How can Wordtracker help?

The Title & Description wizard includes a section for your Description – it provides a character count which will prevent key information being chopped off at the end, after your 160 character allowance is used up.

The Site Audit within the Keywords tool will point out if your description is too long or too short as well. For information on carrying out the audit and prioritizing the work that may be necessary, have a look at How to perform a site audit

Meta keywords tag

Meta keywords aren’t as important these days as they used to be. Google, for instance, has said that they don’t use them at all in web rankings these days.

So don’t worry about them.

H: Header tags: H1, H2, H3

<h1>, <h2>, <h3> etc (up to 6)

You should only have one H1 tag per page and this is your headline: it’s the text that should make your readers want to read on. So concentrate on making it hook in your visitors.

Do try to use your target keywords in your header tags if you can, and although these carry less ranking weight than previously, they are still assessed, and Google places more weight on the H1 tag than the others. They can help increase your ranking simply by way of making your text easier to read, thereby increasing clickthroughs, and hopefully improving your bounce rate (the rate at which your visitors leave your site.)

How can Wordtracker help?

The Site Audit tells you when you have missing headings, when you have multiple H1 tags, and when no keywords have been detected.

I: Image file names and alt tags

<img src=”my-lovely-pic.gif” alt=”My lovely picture” />

Healthy fruit and vegetable juices

Always give your images an alt tag (alternative text tag). As well as helping to inform the search engines what your page is about, they’re essential for accessibility. Specialist software used by people with visual impairment reads them out, so you should have them describe what the image is about. They also appear in place of a picture if a reader has images switched off.

Of course, also make the image alt tags and file names keyword rich so that the search engines see them as another piece of keyword rich content on your site.

How can Wordtracker help?

The Site Audit helpfully advises if you have missing alt tags.

D: Diversity

Do use your primary and secondary keywords in your text, but also use lots of other on-topic words so that it does not appear that your text is stuffed full of keywords. Make your content readable, interesting, knowledgeable and make it long – the more you know and can advise on any given subject, the more authoritative and trustworthy you will look to to the search engines and your audience.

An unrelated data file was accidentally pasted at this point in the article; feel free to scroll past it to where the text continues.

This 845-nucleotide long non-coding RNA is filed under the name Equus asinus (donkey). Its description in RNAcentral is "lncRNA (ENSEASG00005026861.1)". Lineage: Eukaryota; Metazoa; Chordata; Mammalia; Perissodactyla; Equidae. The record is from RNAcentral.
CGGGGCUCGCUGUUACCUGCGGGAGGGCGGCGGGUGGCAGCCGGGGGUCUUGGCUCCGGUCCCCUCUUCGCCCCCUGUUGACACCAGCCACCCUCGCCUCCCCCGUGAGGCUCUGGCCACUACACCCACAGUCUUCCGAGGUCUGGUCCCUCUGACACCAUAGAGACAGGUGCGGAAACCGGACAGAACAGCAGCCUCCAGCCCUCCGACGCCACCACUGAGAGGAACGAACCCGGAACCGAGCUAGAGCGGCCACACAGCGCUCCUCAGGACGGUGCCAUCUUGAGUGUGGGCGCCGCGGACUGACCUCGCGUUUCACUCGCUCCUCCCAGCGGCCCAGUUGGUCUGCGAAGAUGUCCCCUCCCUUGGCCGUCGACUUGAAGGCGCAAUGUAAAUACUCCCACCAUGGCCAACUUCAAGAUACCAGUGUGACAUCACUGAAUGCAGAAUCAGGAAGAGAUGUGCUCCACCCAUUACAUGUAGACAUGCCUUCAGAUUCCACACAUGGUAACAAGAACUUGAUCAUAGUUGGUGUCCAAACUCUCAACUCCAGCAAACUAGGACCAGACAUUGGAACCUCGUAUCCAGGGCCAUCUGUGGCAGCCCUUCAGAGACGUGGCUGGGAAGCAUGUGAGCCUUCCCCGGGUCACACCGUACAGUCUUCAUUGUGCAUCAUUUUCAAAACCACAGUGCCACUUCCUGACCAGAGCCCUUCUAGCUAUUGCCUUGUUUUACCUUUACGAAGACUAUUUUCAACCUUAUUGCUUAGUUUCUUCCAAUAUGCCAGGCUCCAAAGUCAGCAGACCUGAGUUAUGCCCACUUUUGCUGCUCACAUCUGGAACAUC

How can Wordtracker help?

Use our new Keywords tool to find relevant and popular search terms, but above all write great content (or pay someone to write great content for you!) And the Keywords ranking tool will keep you up to date on how you’re ranking for your keywords.

R: Relevancy

The search engines expect to see relevant content on a page, and visitors will also: they’ll bounce straight off if they arrive at a page about cats when they expected it to be about home improvements, for example.

And as Google is looking ever closer at customer engagement, the bounce rate is become increasingly important.

L: Reputable links

One of the debates at the 2012 LinkLove London conference was whether links are going to be as important in ranking in future, with weight of rankings increasingly being given over to social media signals (by Google and Bing, at the very least). At the moment, linking is still the biggest ranking factor, and everything you’ve done above will help to make your site more linkworthy.

Good quality, relevant, keyword rich content is imperative if you’re to get noticed and get linked to by reputable sites, and these sites will be able to find you that much more easily if you follow these guidelines. If they see that you are a trustworthy, authoritative brand, links will follow.

How can Wordtracker help?

The Site Audit will tell you if you have no internal links (useful for spreading the ‘link juice’ around your site – click on the following for more information on optimizing internal links) and if you have too many external links pointing externally – if this happens people are going to spend more time off your site than on it.

For more information on how the new Keywords tool will help your SEO, read Easier SEO with the new Keywords tool

Free Trial of Wordtracker’s Keywords Tool

Take a free 7-day trial of Wordtracker’s Keywords tool to see how the new features will work for your website.

Take a trial button

Meanwhile, if you have questions or comments, please let us know below:

About Julie McNamee

Photo of Julie McNamee 

Julie McNamee is marketing coordinator and Jack of all trades at Wordtracker and has been working there for over five years. She’s also a (very) amateur blogger with off the beaten path travel blog Quirky Travel and writer on Weekend Notes